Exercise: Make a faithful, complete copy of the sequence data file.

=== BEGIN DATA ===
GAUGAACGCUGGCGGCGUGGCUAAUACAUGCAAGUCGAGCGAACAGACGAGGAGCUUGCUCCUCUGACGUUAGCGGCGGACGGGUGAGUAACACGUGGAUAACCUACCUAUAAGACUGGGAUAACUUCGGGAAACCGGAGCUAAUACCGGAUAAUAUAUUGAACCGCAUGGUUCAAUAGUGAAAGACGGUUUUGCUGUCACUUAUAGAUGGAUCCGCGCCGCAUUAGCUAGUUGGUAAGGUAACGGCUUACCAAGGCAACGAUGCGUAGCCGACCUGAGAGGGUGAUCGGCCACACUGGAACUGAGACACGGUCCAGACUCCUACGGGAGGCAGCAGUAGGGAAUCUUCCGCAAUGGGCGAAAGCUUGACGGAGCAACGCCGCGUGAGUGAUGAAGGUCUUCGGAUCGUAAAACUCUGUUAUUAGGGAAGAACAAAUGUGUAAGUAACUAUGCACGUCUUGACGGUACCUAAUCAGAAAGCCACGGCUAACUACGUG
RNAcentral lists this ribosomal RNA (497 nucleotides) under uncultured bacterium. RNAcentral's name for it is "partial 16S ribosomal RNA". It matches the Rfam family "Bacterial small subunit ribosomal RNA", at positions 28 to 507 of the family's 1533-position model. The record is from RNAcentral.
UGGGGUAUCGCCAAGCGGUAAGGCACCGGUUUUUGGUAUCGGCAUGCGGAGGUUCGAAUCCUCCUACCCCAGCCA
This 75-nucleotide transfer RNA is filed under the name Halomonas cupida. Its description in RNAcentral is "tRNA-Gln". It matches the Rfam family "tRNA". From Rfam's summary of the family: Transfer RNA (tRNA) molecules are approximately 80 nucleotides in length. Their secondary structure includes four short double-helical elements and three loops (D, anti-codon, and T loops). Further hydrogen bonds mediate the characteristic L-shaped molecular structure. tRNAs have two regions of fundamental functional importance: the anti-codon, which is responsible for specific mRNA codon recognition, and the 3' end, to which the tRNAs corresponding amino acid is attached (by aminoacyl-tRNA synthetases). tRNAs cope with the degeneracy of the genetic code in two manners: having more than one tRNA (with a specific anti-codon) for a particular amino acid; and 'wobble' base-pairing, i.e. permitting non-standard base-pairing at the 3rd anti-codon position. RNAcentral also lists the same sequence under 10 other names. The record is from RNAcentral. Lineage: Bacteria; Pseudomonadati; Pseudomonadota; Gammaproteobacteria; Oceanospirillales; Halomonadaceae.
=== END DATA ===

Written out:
GAUGAACGCUGGCGGCGUGGCUAAUACAUGCAAGUCGAGCGAACAGACGAGGAGCUUGCUCCUCUGACGUUAGCGGCGGACGGGUGAGUAACACGUGGAUAACCUACCUAUAAGACUGGGAUAACUUCGGGAAACCGGAGCUAAUACCGGAUAAUAUAUUGAACCGCAUGGUUCAAUAGUGAAAGACGGUUUUGCUGUCACUUAUAGAUGGAUCCGCGCCGCAUUAGCUAGUUGGUAAGGUAACGGCUUACCAAGGCAACGAUGCGUAGCCGACCUGAGAGGGUGAUCGGCCACACUGGAACUGAGACACGGUCCAGACUCCUACGGGAGGCAGCAGUAGGGAAUCUUCCGCAAUGGGCGAAAGCUUGACGGAGCAACGCCGCGUGAGUGAUGAAGGUCUUCGGAUCGUAAAACUCUGUUAUUAGGGAAGAACAAAUGUGUAAGUAACUAUGCACGUCUUGACGGUACCUAAUCAGAAAGCCACGGCUAACUACGUG
RNAcentral lists this ribosomal RNA (497 nucleotides) under uncultured bacterium. RNAcentral's name for it is "partial 16S ribosomal RNA". It matches the Rfam family "Bacterial small subunit ribosomal RNA", at positions 28 to 507 of the family's 1533-position model. The record is from RNAcentral.
UGGGGUAUCGCCAAGCGGUAAGGCACCGGUUUUUGGUAUCGGCAUGCGGAGGUUCGAAUCCUCCUACCCCAGCCA
This 75-nucleotide transfer RNA is filed under the name Halomonas cupida. Its description in RNAcentral is "tRNA-Gln". It matches the Rfam family "tRNA". From Rfam's summary of the family: Transfer RNA (tRNA) molecules are approximately 80 nucleotides in length. Their secondary structure includes four short double-helical elements and three loops (D, anti-codon, and T loops). Further hydrogen bonds mediate the characteristic L-shaped molecular structure. tRNAs have two regions of fundamental functional importance: the anti-codon, which is responsible for specific mRNA codon recognition, and the 3' end, to which the tRNAs corresponding amino acid is attached (by aminoacyl-tRNA synthetases). tRNAs cope with the degeneracy of the genetic code in two manners: having more than one tRNA (with a specific anti-codon) for a particular amino acid; and 'wobble' base-pairing, i.e. permitting non-standard base-pairing at the 3rd anti-codon position. RNAcentral also lists the same sequence under 10 other names. The record is from RNAcentral. Lineage: Bacteria; Pseudomonadati; Pseudomonadota; Gammaproteobacteria; Oceanospirillales; Halomonadaceae.